11 October 2016
Using predictive analytics in the fight against social isolation
Reducing social isolation is a priority for social care and public health. The quality and quantity of social relationships are known to affect physical and mental health and even risk of mortality.
Social isolation refers to a lack of contact with family or friends, community involvement, or access to services. And, while loneliness and social isolation often go hand in hand, they can have different causes and may require different solutions. Loneliness is a subjective concept – as the saying goes, you can feel lonely in a crowded room. Social isolation is objective, and can be measured by the actual number of social interactions a person has.
People can be socially isolated at any stage of life, but the experience is most severe among older people. And research shows that a lack of social relationships is as bad for a person’s health as smoking 15 cigarettes a day (Holt-Lunstad, 2010). But finding and supporting socially isolated people is inherently difficult.
Capita's social isolation index
The insight and analytics team within Capita Transformation has created a social isolation index. The index is calculated by combining individual and household level statistics including age, gender, household composition and household income with weightings derived from national research to create an index. People with a higher rating on the index are more likely to be socially isolated.
People that score highly on the index are mapped at small area geographies to identify areas with higher densities of older adults that are more likely to be socially isolated. Where social isolation ‘hotspots’ are identified, details of existing services, local community assets and third sector organisations are overlaid. Available services can then be identified to help address the isolation issue or show gaps in provision.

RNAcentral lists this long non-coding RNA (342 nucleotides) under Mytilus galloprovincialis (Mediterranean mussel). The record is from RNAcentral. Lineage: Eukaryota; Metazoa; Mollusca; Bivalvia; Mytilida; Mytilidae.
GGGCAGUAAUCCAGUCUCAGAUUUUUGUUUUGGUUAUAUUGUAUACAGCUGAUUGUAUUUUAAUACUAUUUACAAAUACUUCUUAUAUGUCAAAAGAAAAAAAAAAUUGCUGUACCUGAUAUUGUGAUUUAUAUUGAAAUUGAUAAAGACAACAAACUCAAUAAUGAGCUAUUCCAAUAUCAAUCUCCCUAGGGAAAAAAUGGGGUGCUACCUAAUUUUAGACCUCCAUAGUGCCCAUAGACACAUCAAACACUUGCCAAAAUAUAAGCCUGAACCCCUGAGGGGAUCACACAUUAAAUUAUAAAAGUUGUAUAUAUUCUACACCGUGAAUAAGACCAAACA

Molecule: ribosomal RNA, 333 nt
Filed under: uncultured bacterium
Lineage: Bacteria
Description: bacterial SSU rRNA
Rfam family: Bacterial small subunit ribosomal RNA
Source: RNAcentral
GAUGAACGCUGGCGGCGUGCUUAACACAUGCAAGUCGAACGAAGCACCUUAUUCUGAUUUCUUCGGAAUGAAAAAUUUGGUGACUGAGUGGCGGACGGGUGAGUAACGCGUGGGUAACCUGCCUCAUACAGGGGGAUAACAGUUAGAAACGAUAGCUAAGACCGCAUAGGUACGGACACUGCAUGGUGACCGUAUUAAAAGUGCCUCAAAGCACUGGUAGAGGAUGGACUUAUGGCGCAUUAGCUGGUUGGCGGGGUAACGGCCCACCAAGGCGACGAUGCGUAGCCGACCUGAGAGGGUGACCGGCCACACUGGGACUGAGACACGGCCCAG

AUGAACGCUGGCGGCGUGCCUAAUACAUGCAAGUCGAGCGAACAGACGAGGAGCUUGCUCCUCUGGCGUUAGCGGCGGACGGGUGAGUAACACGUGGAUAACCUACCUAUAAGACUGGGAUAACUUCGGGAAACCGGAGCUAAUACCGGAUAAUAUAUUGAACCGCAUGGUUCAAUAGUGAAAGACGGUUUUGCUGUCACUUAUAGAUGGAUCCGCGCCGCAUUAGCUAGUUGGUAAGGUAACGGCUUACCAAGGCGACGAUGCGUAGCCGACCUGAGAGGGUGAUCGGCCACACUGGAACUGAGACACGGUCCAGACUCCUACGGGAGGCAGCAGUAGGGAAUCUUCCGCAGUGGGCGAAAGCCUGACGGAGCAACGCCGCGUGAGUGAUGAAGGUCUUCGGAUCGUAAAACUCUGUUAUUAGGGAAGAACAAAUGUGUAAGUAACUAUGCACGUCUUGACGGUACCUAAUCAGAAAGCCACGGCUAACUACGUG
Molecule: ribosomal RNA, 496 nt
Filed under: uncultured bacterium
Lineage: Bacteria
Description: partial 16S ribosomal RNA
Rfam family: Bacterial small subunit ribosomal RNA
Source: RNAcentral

By pinpointing such small areas, local solutions implemented by local organisations can address local challenges. For example: in areas with an abundance of parks and gardens, walking or gardening groups could be encouraged; at Capita we’ve used the social isolation tool to show where, for example, the Casserole Club community programme could be effective; or, as the index also identifies individuals at greater risk of becoming socially isolated, it could be used to flag up if any new or current social care customers are at high risk. Additional support can then be provided to ensure the wellbeing of people at risk.
The social isolation index provides health or social care practitioners with an evidence base to help them provide support for people that are typically difficult to identify, at high risk of spiralling into poor health, or that require intensive intervention from health services. By identifying people at greatest risk, local authorities can intervene early and manage down demand for more costly services.